The Alabama-LSU game has been circled for months now by anyone with even a passive interest in college football. It certainly delivered today, too, with LSU going to Bryant-Denny Stadium and coming away with a 46-41 win.

The first half featured a ridiculous sequence, as LSU scored twice in the last two minutes in part thanks to an astounding catch from Thaddeus Moss. That play featured a controversial rules application, confirmed on replay in part thanks to a picture perfect pylon cam shot.

LSU took a 33-13 lead into halftime, but Alabama climbed back into the game in the third quarter, with Najee Harris taking over for stretches.

Alabama scored again at the start of the fourth quarter, appearing to set up either a shootout or even a trademark come-from-behind easy victory:

Instead, LSU decided to open up the offense again, trusting Heisman frontrunner Joe Burrow to move the Tigers back down the field. Burrow delivered, too, finishing the night 31-39 for 393 yards, three touchdowns, and no interceptions. Some of those yards came on this drive, which put LSU back in front by two scores:

After LSU failed to convert a two-point try, Alabama went back the other way, culminating in this clutch fourth down score to keep things close:

The task, then, seemed simple: if Alabama could stop LSU, or even hold them to just a field goal, they’d have a shot to win or force overtime. They couldn’t stop them.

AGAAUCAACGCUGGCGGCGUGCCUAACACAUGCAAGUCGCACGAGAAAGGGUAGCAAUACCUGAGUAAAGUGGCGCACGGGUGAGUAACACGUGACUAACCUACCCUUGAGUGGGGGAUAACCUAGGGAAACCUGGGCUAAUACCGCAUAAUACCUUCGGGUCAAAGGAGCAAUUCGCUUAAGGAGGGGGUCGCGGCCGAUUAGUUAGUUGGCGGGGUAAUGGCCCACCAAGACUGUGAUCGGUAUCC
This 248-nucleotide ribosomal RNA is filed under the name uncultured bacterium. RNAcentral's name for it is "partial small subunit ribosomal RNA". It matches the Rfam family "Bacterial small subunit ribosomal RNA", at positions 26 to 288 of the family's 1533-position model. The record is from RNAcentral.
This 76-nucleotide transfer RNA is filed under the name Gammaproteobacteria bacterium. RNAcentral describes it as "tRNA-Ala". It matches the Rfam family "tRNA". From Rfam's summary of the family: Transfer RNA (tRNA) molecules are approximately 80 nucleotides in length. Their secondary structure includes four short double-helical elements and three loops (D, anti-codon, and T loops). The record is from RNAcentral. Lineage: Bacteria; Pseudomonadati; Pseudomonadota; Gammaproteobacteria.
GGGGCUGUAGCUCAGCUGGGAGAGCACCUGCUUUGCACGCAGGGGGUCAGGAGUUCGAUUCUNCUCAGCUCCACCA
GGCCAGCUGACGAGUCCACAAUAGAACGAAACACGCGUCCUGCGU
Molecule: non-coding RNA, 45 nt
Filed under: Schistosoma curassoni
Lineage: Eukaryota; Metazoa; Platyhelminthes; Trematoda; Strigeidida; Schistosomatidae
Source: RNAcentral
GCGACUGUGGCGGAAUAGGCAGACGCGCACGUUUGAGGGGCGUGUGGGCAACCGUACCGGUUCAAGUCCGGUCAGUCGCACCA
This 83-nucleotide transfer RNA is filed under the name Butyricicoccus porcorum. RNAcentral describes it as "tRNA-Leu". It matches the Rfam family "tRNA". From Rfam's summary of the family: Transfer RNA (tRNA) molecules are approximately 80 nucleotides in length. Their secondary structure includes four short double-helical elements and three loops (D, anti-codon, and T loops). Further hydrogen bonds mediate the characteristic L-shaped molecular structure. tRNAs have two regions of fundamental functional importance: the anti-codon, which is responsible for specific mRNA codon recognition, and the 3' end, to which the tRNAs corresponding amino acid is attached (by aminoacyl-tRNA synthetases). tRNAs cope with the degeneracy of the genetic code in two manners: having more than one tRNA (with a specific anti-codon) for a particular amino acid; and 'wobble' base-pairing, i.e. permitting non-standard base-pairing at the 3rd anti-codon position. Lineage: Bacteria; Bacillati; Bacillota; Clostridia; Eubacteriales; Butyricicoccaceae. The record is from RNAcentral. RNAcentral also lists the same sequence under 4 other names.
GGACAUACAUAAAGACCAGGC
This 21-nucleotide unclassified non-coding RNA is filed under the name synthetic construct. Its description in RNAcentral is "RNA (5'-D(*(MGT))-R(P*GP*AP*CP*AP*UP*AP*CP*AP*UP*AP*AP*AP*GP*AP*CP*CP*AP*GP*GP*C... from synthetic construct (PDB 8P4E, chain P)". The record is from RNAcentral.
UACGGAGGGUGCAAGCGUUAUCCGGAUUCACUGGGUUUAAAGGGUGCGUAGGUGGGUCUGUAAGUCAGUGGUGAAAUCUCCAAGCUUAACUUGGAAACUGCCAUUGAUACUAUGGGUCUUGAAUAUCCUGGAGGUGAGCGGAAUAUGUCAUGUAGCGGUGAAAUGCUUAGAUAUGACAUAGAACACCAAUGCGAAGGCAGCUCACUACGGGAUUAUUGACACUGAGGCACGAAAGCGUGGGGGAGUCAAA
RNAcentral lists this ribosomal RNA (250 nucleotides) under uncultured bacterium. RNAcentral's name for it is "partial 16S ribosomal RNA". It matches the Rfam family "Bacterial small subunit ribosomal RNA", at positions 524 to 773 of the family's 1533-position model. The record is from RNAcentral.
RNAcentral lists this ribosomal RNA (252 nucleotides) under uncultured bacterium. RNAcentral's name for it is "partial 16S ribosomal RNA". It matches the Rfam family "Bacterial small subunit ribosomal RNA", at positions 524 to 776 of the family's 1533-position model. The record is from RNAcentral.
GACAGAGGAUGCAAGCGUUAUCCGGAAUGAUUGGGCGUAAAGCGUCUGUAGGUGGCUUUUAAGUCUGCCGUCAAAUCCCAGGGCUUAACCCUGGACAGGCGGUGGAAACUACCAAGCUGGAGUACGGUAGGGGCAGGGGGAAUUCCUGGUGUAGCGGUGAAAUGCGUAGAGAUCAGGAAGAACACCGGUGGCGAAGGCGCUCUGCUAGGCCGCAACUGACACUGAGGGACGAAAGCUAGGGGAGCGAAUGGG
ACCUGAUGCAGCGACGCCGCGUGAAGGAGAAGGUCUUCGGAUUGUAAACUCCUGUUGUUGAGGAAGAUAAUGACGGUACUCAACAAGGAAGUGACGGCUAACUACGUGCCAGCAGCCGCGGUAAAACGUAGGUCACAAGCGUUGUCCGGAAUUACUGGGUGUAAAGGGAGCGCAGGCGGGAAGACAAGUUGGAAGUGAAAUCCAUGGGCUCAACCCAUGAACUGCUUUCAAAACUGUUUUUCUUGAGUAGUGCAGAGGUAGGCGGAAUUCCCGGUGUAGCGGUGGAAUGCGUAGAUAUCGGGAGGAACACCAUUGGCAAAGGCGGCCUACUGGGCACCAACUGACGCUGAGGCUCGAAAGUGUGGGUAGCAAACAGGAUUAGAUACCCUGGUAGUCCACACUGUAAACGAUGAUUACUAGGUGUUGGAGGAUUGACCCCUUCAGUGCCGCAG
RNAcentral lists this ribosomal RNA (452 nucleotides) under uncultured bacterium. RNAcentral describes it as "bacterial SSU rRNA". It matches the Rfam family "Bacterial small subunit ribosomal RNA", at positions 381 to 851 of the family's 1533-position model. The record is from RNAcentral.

And so, up 46-34 with less than two minutes left, LSU cruised to an easy wait, no, what happened on Alabama’s drive?

With two timeouts left, a three-and-out would mean Alabama could get yet another chance to win the game. This is the kind of moment that a Nick Saban Alabama team lives for, and knowing the stakes, they were absolutely up to the challenge oh wait damn it LSU got a first down on their first play to seal the game.

And that’s how we got to 46-41. Those 46 points, by the way: the most ever given up by a Nick Saban Alabama team, and they were all well-earned (with the possible exception of that pylon cam play, but that’s a different story and they may have scored anyway.) LSU, meanwhile, is now fully in control of their College Football Playoff hopes; they’ll almost certainly be ranked #1 this week by that committee, and with Ole Miss, Arkansas, and a home game against Texas A&M remaining, they may as well book their flights for the SEC Championship game now.

Alabama, meanwhile, is facing a more uphill task. They still have a chance to make a statement against Auburn in the Iron Bowl, but other than that they wouldn’t have a win over a team currently ranked. They’re also, you know, really good; LSU had basically everything go their way today, seemed to dominate on just about every play, and still just won by five points.) Clearly a lot can happen, and one-loss Alabama still deserves a lot of consideration. (There’s also very much a non-zero chance that we end up seriously debating 12-1 Minnesota vs. 11-1 Alabama, and frankly I couldn’t be more excited about that possibility.)

But at this point, this season looks like the first real chance in a the playoff era that the Tide won’t be playing for a national title. Pity their Sugar Bowl opponent if they don’t make it.

About Jay Rigdon

Jay is a writer and editor for The Comeback, and a contributor at Awful Announcing. He is not a strong swimmer.